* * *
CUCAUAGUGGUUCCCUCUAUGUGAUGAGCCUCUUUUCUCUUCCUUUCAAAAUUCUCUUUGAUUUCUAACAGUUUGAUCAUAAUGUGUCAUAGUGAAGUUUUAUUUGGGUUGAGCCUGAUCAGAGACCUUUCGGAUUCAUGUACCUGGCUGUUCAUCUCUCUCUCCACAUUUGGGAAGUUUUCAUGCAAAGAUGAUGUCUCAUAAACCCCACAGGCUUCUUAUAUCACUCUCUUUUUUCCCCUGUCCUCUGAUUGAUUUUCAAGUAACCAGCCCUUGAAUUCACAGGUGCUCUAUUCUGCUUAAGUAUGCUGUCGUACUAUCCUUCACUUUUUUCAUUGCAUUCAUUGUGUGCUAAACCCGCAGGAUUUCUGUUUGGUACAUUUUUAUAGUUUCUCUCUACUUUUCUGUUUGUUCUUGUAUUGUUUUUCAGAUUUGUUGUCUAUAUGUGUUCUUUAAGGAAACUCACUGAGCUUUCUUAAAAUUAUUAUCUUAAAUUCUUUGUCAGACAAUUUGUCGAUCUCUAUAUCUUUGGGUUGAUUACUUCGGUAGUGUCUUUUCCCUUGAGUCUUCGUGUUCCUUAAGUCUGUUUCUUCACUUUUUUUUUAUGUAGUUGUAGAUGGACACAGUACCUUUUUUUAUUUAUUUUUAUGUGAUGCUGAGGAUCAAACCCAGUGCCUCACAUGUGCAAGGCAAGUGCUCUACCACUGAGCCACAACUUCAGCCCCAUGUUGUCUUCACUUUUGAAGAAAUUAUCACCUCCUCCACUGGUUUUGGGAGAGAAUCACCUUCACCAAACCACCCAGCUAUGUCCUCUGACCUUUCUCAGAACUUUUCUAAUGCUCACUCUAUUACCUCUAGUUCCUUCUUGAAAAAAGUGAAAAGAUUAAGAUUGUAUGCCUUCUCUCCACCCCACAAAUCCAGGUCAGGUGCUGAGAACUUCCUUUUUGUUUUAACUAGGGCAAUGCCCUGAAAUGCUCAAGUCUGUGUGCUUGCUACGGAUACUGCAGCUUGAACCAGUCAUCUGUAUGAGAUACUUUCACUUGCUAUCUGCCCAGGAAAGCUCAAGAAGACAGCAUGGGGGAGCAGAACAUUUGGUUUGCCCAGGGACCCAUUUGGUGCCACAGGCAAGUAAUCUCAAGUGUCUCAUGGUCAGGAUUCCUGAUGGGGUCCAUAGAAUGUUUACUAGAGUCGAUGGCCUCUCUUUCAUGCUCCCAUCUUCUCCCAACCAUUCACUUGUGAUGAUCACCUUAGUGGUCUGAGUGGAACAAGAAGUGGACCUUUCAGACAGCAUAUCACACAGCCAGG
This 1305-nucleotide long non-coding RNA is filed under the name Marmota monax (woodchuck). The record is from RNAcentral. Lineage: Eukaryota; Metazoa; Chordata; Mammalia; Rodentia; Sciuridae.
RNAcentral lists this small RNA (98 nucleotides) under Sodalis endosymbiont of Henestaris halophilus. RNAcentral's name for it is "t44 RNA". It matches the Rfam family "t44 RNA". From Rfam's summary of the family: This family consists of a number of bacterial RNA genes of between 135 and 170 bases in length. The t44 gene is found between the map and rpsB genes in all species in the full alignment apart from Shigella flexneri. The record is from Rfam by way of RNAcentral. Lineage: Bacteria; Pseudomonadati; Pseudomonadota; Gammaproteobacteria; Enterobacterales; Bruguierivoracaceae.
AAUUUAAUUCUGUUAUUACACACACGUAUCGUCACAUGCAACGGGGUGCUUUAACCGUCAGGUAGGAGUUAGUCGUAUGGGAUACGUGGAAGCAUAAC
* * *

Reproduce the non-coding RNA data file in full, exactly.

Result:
CUCAUAGUGGUUCCCUCUAUGUGAUGAGCCUCUUUUCUCUUCCUUUCAAAAUUCUCUUUGAUUUCUAACAGUUUGAUCAUAAUGUGUCAUAGUGAAGUUUUAUUUGGGUUGAGCCUGAUCAGAGACCUUUCGGAUUCAUGUACCUGGCUGUUCAUCUCUCUCUCCACAUUUGGGAAGUUUUCAUGCAAAGAUGAUGUCUCAUAAACCCCACAGGCUUCUUAUAUCACUCUCUUUUUUCCCCUGUCCUCUGAUUGAUUUUCAAGUAACCAGCCCUUGAAUUCACAGGUGCUCUAUUCUGCUUAAGUAUGCUGUCGUACUAUCCUUCACUUUUUUCAUUGCAUUCAUUGUGUGCUAAACCCGCAGGAUUUCUGUUUGGUACAUUUUUAUAGUUUCUCUCUACUUUUCUGUUUGUUCUUGUAUUGUUUUUCAGAUUUGUUGUCUAUAUGUGUUCUUUAAGGAAACUCACUGAGCUUUCUUAAAAUUAUUAUCUUAAAUUCUUUGUCAGACAAUUUGUCGAUCUCUAUAUCUUUGGGUUGAUUACUUCGGUAGUGUCUUUUCCCUUGAGUCUUCGUGUUCCUUAAGUCUGUUUCUUCACUUUUUUUUUAUGUAGUUGUAGAUGGACACAGUACCUUUUUUUAUUUAUUUUUAUGUGAUGCUGAGGAUCAAACCCAGUGCCUCACAUGUGCAAGGCAAGUGCUCUACCACUGAGCCACAACUUCAGCCCCAUGUUGUCUUCACUUUUGAAGAAAUUAUCACCUCCUCCACUGGUUUUGGGAGAGAAUCACCUUCACCAAACCACCCAGCUAUGUCCUCUGACCUUUCUCAGAACUUUUCUAAUGCUCACUCUAUUACCUCUAGUUCCUUCUUGAAAAAAGUGAAAAGAUUAAGAUUGUAUGCCUUCUCUCCACCCCACAAAUCCAGGUCAGGUGCUGAGAACUUCCUUUUUGUUUUAACUAGGGCAAUGCCCUGAAAUGCUCAAGUCUGUGUGCUUGCUACGGAUACUGCAGCUUGAACCAGUCAUCUGUAUGAGAUACUUUCACUUGCUAUCUGCCCAGGAAAGCUCAAGAAGACAGCAUGGGGGAGCAGAACAUUUGGUUUGCCCAGGGACCCAUUUGGUGCCACAGGCAAGUAAUCUCAAGUGUCUCAUGGUCAGGAUUCCUGAUGGGGUCCAUAGAAUGUUUACUAGAGUCGAUGGCCUCUCUUUCAUGCUCCCAUCUUCUCCCAACCAUUCACUUGUGAUGAUCACCUUAGUGGUCUGAGUGGAACAAGAAGUGGACCUUUCAGACAGCAUAUCACACAGCCAGG
This 1305-nucleotide long non-coding RNA is filed under the name Marmota monax (woodchuck). The record is from RNAcentral. Lineage: Eukaryota; Metazoa; Chordata; Mammalia; Rodentia; Sciuridae.
RNAcentral lists this small RNA (98 nucleotides) under Sodalis endosymbiont of Henestaris halophilus. RNAcentral's name for it is "t44 RNA". It matches the Rfam family "t44 RNA". From Rfam's summary of the family: This family consists of a number of bacterial RNA genes of between 135 and 170 bases in length. The t44 gene is found between the map and rpsB genes in all species in the full alignment apart from Shigella flexneri. The record is from Rfam by way of RNAcentral. Lineage: Bacteria; Pseudomonadati; Pseudomonadota; Gammaproteobacteria; Enterobacterales; Bruguierivoracaceae.
AAUUUAAUUCUGUUAUUACACACACGUAUCGUCACAUGCAACGGGGUGCUUUAACCGUCAGGUAGGAGUUAGUCGUAUGGGAUACGUGGAAGCAUAAC